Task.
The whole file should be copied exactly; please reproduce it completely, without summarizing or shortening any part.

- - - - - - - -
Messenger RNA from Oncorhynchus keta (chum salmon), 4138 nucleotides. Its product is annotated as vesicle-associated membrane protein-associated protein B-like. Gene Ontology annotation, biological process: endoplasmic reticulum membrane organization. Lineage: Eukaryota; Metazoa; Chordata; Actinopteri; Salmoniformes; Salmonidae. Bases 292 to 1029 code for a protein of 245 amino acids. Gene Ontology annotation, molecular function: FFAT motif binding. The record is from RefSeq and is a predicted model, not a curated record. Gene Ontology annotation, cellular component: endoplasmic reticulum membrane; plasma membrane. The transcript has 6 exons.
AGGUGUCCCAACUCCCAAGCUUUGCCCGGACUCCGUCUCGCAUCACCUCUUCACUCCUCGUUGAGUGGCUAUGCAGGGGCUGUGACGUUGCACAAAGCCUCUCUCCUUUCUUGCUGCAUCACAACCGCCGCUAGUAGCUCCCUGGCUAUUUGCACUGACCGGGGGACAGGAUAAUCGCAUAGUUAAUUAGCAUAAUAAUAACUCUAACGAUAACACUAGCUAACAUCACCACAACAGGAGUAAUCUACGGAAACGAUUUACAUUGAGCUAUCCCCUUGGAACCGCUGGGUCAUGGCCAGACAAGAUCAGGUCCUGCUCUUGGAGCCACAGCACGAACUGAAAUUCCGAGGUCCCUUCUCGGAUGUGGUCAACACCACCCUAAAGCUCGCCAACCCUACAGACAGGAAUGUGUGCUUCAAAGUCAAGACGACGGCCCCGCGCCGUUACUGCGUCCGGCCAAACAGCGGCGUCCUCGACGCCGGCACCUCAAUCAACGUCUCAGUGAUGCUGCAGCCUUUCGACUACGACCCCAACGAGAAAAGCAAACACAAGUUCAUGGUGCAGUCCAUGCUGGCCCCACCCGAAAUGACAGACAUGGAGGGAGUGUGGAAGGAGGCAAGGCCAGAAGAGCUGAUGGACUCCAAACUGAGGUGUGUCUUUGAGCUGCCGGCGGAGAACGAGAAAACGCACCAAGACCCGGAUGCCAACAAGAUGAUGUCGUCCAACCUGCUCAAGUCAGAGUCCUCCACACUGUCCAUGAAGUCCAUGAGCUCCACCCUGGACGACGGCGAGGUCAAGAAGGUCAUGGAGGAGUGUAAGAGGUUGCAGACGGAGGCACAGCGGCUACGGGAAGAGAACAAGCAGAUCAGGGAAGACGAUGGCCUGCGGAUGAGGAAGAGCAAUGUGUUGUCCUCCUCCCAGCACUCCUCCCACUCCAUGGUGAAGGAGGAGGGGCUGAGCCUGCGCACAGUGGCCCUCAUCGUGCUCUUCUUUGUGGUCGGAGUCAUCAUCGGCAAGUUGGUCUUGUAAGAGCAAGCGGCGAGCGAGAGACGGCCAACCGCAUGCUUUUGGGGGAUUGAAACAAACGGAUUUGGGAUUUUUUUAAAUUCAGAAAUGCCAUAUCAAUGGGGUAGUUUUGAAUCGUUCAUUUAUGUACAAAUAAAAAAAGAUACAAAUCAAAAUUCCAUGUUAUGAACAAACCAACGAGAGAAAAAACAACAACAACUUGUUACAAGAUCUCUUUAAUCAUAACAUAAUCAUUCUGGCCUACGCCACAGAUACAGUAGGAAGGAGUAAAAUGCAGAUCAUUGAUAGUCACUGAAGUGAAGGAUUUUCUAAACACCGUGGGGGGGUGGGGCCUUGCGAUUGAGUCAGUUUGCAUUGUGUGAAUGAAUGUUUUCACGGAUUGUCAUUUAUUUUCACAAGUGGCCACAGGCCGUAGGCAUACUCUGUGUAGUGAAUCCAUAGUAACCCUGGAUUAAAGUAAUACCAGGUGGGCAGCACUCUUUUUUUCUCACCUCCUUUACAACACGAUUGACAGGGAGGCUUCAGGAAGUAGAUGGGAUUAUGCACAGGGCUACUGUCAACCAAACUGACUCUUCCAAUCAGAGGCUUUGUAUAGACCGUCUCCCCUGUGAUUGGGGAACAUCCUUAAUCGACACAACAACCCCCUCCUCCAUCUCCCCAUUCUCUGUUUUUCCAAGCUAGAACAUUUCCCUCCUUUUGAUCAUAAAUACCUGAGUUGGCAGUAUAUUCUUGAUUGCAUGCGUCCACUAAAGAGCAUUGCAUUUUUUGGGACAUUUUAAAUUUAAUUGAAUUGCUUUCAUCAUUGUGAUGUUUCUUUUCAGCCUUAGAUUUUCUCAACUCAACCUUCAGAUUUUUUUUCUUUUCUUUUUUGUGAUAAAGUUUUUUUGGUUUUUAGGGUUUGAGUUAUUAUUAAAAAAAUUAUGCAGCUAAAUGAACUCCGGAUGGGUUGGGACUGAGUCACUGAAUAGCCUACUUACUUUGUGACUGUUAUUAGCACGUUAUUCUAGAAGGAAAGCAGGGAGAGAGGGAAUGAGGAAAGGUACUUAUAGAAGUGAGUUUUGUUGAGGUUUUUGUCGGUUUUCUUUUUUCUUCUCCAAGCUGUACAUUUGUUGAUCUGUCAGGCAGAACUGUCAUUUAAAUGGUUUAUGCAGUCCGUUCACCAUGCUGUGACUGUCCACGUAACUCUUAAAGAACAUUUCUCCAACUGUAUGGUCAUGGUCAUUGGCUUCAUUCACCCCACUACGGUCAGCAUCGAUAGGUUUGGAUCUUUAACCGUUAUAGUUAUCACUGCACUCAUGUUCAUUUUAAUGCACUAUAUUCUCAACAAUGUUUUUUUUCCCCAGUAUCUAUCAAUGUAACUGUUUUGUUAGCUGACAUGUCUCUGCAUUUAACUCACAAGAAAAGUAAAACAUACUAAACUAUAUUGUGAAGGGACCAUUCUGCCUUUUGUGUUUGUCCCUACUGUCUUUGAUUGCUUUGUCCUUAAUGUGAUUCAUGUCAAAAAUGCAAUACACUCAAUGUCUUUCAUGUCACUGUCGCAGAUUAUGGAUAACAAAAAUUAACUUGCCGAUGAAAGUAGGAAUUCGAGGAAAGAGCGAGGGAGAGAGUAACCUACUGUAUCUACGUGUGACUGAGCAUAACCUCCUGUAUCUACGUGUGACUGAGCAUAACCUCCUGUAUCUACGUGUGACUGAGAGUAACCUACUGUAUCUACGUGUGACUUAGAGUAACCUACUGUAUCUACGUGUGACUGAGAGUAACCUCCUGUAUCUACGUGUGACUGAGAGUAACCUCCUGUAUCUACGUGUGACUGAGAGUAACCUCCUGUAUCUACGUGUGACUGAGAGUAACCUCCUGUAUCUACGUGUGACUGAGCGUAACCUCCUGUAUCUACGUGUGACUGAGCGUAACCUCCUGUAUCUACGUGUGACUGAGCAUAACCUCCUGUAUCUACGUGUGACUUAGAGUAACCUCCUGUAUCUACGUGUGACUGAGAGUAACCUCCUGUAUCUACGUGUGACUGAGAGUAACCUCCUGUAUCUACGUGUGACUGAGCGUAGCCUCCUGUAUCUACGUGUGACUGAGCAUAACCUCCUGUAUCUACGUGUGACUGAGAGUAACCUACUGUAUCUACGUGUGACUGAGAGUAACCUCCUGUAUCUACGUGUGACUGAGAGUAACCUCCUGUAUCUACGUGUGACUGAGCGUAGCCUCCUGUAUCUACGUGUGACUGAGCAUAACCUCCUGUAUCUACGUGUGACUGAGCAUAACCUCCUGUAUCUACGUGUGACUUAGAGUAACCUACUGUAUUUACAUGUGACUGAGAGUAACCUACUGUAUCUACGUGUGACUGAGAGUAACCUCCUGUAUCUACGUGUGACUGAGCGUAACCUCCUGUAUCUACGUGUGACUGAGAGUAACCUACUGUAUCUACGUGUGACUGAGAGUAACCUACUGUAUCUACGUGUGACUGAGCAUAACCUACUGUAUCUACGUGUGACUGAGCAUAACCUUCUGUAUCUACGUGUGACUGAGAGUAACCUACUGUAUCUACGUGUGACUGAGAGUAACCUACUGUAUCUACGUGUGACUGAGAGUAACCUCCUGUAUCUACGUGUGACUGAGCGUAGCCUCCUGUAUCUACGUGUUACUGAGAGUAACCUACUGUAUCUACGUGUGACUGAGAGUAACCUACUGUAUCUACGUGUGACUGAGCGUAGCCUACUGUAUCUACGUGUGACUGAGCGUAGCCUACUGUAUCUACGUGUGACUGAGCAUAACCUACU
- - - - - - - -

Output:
Messenger RNA from Oncorhynchus keta (chum salmon), 4138 nucleotides. Its product is annotated as vesicle-associated membrane protein-associated protein B-like. Gene Ontology annotation, biological process: endoplasmic reticulum membrane organization. Lineage: Eukaryota; Metazoa; Chordata; Actinopteri; Salmoniformes; Salmonidae. Bases 292 to 1029 code for a protein of 245 amino acids. Gene Ontology annotation, molecular function: FFAT motif binding. The record is from RefSeq and is a predicted model, not a curated record. Gene Ontology annotation, cellular component: endoplasmic reticulum membrane; plasma membrane. The transcript has 6 exons.
AGGUGUCCCAACUCCCAAGCUUUGCCCGGACUCCGUCUCGCAUCACCUCUUCACUCCUCGUUGAGUGGCUAUGCAGGGGCUGUGACGUUGCACAAAGCCUCUCUCCUUUCUUGCUGCAUCACAACCGCCGCUAGUAGCUCCCUGGCUAUUUGCACUGACCGGGGGACAGGAUAAUCGCAUAGUUAAUUAGCAUAAUAAUAACUCUAACGAUAACACUAGCUAACAUCACCACAACAGGAGUAAUCUACGGAAACGAUUUACAUUGAGCUAUCCCCUUGGAACCGCUGGGUCAUGGCCAGACAAGAUCAGGUCCUGCUCUUGGAGCCACAGCACGAACUGAAAUUCCGAGGUCCCUUCUCGGAUGUGGUCAACACCACCCUAAAGCUCGCCAACCCUACAGACAGGAAUGUGUGCUUCAAAGUCAAGACGACGGCCCCGCGCCGUUACUGCGUCCGGCCAAACAGCGGCGUCCUCGACGCCGGCACCUCAAUCAACGUCUCAGUGAUGCUGCAGCCUUUCGACUACGACCCCAACGAGAAAAGCAAACACAAGUUCAUGGUGCAGUCCAUGCUGGCCCCACCCGAAAUGACAGACAUGGAGGGAGUGUGGAAGGAGGCAAGGCCAGAAGAGCUGAUGGACUCCAAACUGAGGUGUGUCUUUGAGCUGCCGGCGGAGAACGAGAAAACGCACCAAGACCCGGAUGCCAACAAGAUGAUGUCGUCCAACCUGCUCAAGUCAGAGUCCUCCACACUGUCCAUGAAGUCCAUGAGCUCCACCCUGGACGACGGCGAGGUCAAGAAGGUCAUGGAGGAGUGUAAGAGGUUGCAGACGGAGGCACAGCGGCUACGGGAAGAGAACAAGCAGAUCAGGGAAGACGAUGGCCUGCGGAUGAGGAAGAGCAAUGUGUUGUCCUCCUCCCAGCACUCCUCCCACUCCAUGGUGAAGGAGGAGGGGCUGAGCCUGCGCACAGUGGCCCUCAUCGUGCUCUUCUUUGUGGUCGGAGUCAUCAUCGGCAAGUUGGUCUUGUAAGAGCAAGCGGCGAGCGAGAGACGGCCAACCGCAUGCUUUUGGGGGAUUGAAACAAACGGAUUUGGGAUUUUUUUAAAUUCAGAAAUGCCAUAUCAAUGGGGUAGUUUUGAAUCGUUCAUUUAUGUACAAAUAAAAAAAGAUACAAAUCAAAAUUCCAUGUUAUGAACAAACCAACGAGAGAAAAAACAACAACAACUUGUUACAAGAUCUCUUUAAUCAUAACAUAAUCAUUCUGGCCUACGCCACAGAUACAGUAGGAAGGAGUAAAAUGCAGAUCAUUGAUAGUCACUGAAGUGAAGGAUUUUCUAAACACCGUGGGGGGGUGGGGCCUUGCGAUUGAGUCAGUUUGCAUUGUGUGAAUGAAUGUUUUCACGGAUUGUCAUUUAUUUUCACAAGUGGCCACAGGCCGUAGGCAUACUCUGUGUAGUGAAUCCAUAGUAACCCUGGAUUAAAGUAAUACCAGGUGGGCAGCACUCUUUUUUUCUCACCUCCUUUACAACACGAUUGACAGGGAGGCUUCAGGAAGUAGAUGGGAUUAUGCACAGGGCUACUGUCAACCAAACUGACUCUUCCAAUCAGAGGCUUUGUAUAGACCGUCUCCCCUGUGAUUGGGGAACAUCCUUAAUCGACACAACAACCCCCUCCUCCAUCUCCCCAUUCUCUGUUUUUCCAAGCUAGAACAUUUCCCUCCUUUUGAUCAUAAAUACCUGAGUUGGCAGUAUAUUCUUGAUUGCAUGCGUCCACUAAAGAGCAUUGCAUUUUUUGGGACAUUUUAAAUUUAAUUGAAUUGCUUUCAUCAUUGUGAUGUUUCUUUUCAGCCUUAGAUUUUCUCAACUCAACCUUCAGAUUUUUUUUCUUUUCUUUUUUGUGAUAAAGUUUUUUUGGUUUUUAGGGUUUGAGUUAUUAUUAAAAAAAUUAUGCAGCUAAAUGAACUCCGGAUGGGUUGGGACUGAGUCACUGAAUAGCCUACUUACUUUGUGACUGUUAUUAGCACGUUAUUCUAGAAGGAAAGCAGGGAGAGAGGGAAUGAGGAAAGGUACUUAUAGAAGUGAGUUUUGUUGAGGUUUUUGUCGGUUUUCUUUUUUCUUCUCCAAGCUGUACAUUUGUUGAUCUGUCAGGCAGAACUGUCAUUUAAAUGGUUUAUGCAGUCCGUUCACCAUGCUGUGACUGUCCACGUAACUCUUAAAGAACAUUUCUCCAACUGUAUGGUCAUGGUCAUUGGCUUCAUUCACCCCACUACGGUCAGCAUCGAUAGGUUUGGAUCUUUAACCGUUAUAGUUAUCACUGCACUCAUGUUCAUUUUAAUGCACUAUAUUCUCAACAAUGUUUUUUUUCCCCAGUAUCUAUCAAUGUAACUGUUUUGUUAGCUGACAUGUCUCUGCAUUUAACUCACAAGAAAAGUAAAACAUACUAAACUAUAUUGUGAAGGGACCAUUCUGCCUUUUGUGUUUGUCCCUACUGUCUUUGAUUGCUUUGUCCUUAAUGUGAUUCAUGUCAAAAAUGCAAUACACUCAAUGUCUUUCAUGUCACUGUCGCAGAUUAUGGAUAACAAAAAUUAACUUGCCGAUGAAAGUAGGAAUUCGAGGAAAGAGCGAGGGAGAGAGUAACCUACUGUAUCUACGUGUGACUGAGCAUAACCUCCUGUAUCUACGUGUGACUGAGCAUAACCUCCUGUAUCUACGUGUGACUGAGAGUAACCUACUGUAUCUACGUGUGACUUAGAGUAACCUACUGUAUCUACGUGUGACUGAGAGUAACCUCCUGUAUCUACGUGUGACUGAGAGUAACCUCCUGUAUCUACGUGUGACUGAGAGUAACCUCCUGUAUCUACGUGUGACUGAGAGUAACCUCCUGUAUCUACGUGUGACUGAGCGUAACCUCCUGUAUCUACGUGUGACUGAGCGUAACCUCCUGUAUCUACGUGUGACUGAGCAUAACCUCCUGUAUCUACGUGUGACUUAGAGUAACCUCCUGUAUCUACGUGUGACUGAGAGUAACCUCCUGUAUCUACGUGUGACUGAGAGUAACCUCCUGUAUCUACGUGUGACUGAGCGUAGCCUCCUGUAUCUACGUGUGACUGAGCAUAACCUCCUGUAUCUACGUGUGACUGAGAGUAACCUACUGUAUCUACGUGUGACUGAGAGUAACCUCCUGUAUCUACGUGUGACUGAGAGUAACCUCCUGUAUCUACGUGUGACUGAGCGUAGCCUCCUGUAUCUACGUGUGACUGAGCAUAACCUCCUGUAUCUACGUGUGACUGAGCAUAACCUCCUGUAUCUACGUGUGACUUAGAGUAACCUACUGUAUUUACAUGUGACUGAGAGUAACCUACUGUAUCUACGUGUGACUGAGAGUAACCUCCUGUAUCUACGUGUGACUGAGCGUAACCUCCUGUAUCUACGUGUGACUGAGAGUAACCUACUGUAUCUACGUGUGACUGAGAGUAACCUACUGUAUCUACGUGUGACUGAGCAUAACCUACUGUAUCUACGUGUGACUGAGCAUAACCUUCUGUAUCUACGUGUGACUGAGAGUAACCUACUGUAUCUACGUGUGACUGAGAGUAACCUACUGUAUCUACGUGUGACUGAGAGUAACCUCCUGUAUCUACGUGUGACUGAGCGUAGCCUCCUGUAUCUACGUGUUACUGAGAGUAACCUACUGUAUCUACGUGUGACUGAGAGUAACCUACUGUAUCUACGUGUGACUGAGCGUAGCCUACUGUAUCUACGUGUGACUGAGCGUAGCCUACUGUAUCUACGUGUGACUGAGCAUAACCUACU